Notes on Guideline 6.3 – litigation in spousal maintenance disputes

Notes on Guideline 6.3 – litigation in spousal maintenance disputes

Note: The following information provides guidance on how to interpret and apply guideline 6.3 and should be read in conjunction with that guideline in the Handbook. Where there is any inconsistency between the following information and the guidelines, the guidelines will prevail.

The following information provides general guidance on litigation grants for children in child support matters and child maintenance matters. Additional information is available on:

(a) Eligibility c​riteria

Assistance may be available under this guideline where criteria A is met.

Criterion A

Refer to the notes linked to the following threshold tests:

and to the following supplementary information.

Commonwealth merits test and spousal maintenance matters

In considering merit, the lawyer must be satisfied that:

  • the applicant for assistance cannot obtain the order by consent
  • the other party’s whereabouts are known
  • there is good reason to believe that the other party has the capacity, or is likely to have the capacity in the future, to pay to the applicant either spousal maintenance, or increased maintenance.

When assessing the cost/benefit in relation to an application for assistance under this guideline, the lawyer must take into account the following:

  • the financial position of the applicant and the respondent.

Where there is no apparent capacity to pay spousal maintenance or the orders sought would result in only a slight increase in spousal maintenance, the matter is unlikely to meet the merits test, given the expected costs of legal action:

  • the duration of the payments. Spousal maintenance for only a short period may not justify the cost of taking action
  • where arrears are sought, the amount of the arrears or debt. Arrears of $200 debt will not justify the cost of taking action.

(b) Other mandatory requirements

Discharge or vary orders

Refer to the notes linked to the definition of significant change in circumstances.

If the significant change in circumstances has been caused by the person seeking assistance, we will consider the circumstances surrounding that change in deciding whether it is appropriate to make a grant of legal assistance.

Where assistance is sought to discharge or vary a spousal maintenance order, unless the matter is urgent, the lawyer should first consider whether a grant for FDRS should be made.

Enforcement of orders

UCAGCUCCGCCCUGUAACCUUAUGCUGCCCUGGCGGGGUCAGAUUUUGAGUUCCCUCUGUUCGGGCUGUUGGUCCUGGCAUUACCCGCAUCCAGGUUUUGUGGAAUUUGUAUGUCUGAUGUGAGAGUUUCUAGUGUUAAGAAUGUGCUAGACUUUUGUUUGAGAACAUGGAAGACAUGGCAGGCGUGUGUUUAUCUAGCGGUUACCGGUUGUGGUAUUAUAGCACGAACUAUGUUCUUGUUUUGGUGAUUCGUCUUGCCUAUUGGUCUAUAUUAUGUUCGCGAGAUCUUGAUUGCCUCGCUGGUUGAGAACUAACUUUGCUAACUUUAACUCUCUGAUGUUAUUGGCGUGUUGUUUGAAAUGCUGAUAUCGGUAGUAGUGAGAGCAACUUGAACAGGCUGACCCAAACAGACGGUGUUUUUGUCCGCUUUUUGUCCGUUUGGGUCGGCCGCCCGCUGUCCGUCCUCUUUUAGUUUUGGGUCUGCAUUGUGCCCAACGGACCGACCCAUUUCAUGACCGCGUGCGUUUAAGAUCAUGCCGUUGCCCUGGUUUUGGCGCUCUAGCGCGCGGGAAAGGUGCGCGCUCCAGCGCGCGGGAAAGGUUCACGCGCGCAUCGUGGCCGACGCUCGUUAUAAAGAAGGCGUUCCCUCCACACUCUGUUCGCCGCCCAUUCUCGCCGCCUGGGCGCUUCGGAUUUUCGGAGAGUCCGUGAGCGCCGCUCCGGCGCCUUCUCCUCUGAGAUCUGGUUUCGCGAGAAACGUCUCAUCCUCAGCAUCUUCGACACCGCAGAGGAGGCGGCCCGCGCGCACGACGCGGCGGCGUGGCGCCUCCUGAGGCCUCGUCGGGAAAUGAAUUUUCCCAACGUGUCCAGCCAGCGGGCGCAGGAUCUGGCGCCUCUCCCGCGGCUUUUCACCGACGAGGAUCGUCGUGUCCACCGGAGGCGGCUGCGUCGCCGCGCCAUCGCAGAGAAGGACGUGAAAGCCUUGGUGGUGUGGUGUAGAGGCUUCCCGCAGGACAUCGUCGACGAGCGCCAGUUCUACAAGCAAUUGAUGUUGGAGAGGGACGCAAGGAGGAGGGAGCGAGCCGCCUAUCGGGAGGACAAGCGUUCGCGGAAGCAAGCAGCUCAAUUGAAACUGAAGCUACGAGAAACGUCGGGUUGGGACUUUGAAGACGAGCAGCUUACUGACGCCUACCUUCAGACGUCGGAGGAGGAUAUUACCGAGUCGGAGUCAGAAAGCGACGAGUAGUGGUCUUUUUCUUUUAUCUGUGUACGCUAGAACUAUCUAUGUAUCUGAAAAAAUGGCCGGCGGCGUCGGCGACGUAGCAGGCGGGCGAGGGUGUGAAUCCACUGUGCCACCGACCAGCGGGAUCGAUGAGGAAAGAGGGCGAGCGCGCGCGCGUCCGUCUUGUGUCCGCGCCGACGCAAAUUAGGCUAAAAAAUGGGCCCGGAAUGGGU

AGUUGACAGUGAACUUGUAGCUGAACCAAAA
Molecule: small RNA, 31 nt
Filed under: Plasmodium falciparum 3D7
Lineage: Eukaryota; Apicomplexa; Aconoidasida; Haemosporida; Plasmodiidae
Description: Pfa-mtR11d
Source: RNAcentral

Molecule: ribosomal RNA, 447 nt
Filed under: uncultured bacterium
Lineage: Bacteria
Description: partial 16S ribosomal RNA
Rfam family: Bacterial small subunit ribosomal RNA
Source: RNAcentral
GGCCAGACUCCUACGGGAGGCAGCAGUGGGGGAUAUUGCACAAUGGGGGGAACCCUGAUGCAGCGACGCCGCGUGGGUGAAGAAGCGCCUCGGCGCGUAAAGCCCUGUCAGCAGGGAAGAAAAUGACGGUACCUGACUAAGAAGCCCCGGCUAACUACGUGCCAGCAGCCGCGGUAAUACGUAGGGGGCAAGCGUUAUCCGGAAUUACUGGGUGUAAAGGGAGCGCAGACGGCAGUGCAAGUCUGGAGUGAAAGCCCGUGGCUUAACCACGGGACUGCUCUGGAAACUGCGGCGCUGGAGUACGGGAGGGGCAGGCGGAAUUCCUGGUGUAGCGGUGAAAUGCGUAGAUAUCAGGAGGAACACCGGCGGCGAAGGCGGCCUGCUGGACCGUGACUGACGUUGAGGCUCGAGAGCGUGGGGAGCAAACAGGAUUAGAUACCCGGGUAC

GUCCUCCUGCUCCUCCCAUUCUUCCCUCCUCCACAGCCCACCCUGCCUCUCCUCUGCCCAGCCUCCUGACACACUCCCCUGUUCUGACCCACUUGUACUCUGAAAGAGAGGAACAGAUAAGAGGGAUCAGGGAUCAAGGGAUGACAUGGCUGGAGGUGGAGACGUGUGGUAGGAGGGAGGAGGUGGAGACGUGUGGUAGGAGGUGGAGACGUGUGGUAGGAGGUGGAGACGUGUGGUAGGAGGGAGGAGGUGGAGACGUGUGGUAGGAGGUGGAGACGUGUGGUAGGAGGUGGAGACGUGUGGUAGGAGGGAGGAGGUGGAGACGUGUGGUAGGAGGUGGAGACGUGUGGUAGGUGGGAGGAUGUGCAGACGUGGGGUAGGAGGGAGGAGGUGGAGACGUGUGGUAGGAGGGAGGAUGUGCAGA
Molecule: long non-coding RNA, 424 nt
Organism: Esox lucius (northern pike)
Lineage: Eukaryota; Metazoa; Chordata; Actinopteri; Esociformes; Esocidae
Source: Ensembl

Refer to the notes linked to the definition of substantial contravention and on contravention, enforcement and contempt of court

The following provides additional guidance in applications for assistance for enforcement proceedings:

  • the request for legal assistance should be made without unreasonable delay after the orders have been contravened
  • the person requesting assistance for enforcement proceedings must seek a costs order against the other party from the court. For more information, refer to costs recovery
  • we treat grants of assistance for enforcement proceedings as a new matter for the purposes of family law cost management. This means that we will not include the amount of the grant when calculating the cost ceiling for the substantive matter (see Family law costs management).

(c) Grants assessment process

An application must be lodged via ATLAS using the ‘simplified process FDRS & stage 2’ template, making the following selections:

  • In the maintenance screen select ‘Main applic spouse’
  • under ‘court hearings’, select ‘yes’ and advise of the appropriate court
  • under stage 1 in the professional costs screen, select the required funding under the appropriate court.

The broadband stage 2E grant consists primarily of the initial preparation and appearance lump sum and three subsequent hearings. On the rare occasion where funding is required for a further subsequent hearing, an extension request needs to be submitted requesting a stage 2F grant, outlining why further funding is required.

If the lawyer needs to provide additional information, this should be done by using the ‘submit correspondence’ function.

Moving from the FCC to the FCA

If a matter is transferred from the Federal Circuit Court (FCC) to the Family Court (FCA), the lawyer is required to update the ‘court type’ when submitting the next extension in relation to the matter via ATLAS.

If the matter is still at the interim court stage, then no further action is required given the same fee tables apply for both courts. If the matter is listed at trial stage, then the lawyer should submit a new extension via ATLAS and request the appropriate Family Court trial grant.

(d) Documentary requirements

The lawyer’s file must contain a file note that makes clear:

  • how the matter meets each of the thresholds tests
  • details of the significant change in circumstances, where discharge/vary sought
  • details of substantial contravention where enforcement sought.

The file should also contain all other relevant notes, supporting evidence and documents.

Lawyers are also encouraged to complete a family law worksheet.

(e) Fees and billing

Stage 2, Fee table 4.1 sets out the fees available and the conditions attaching to grants under this guideline.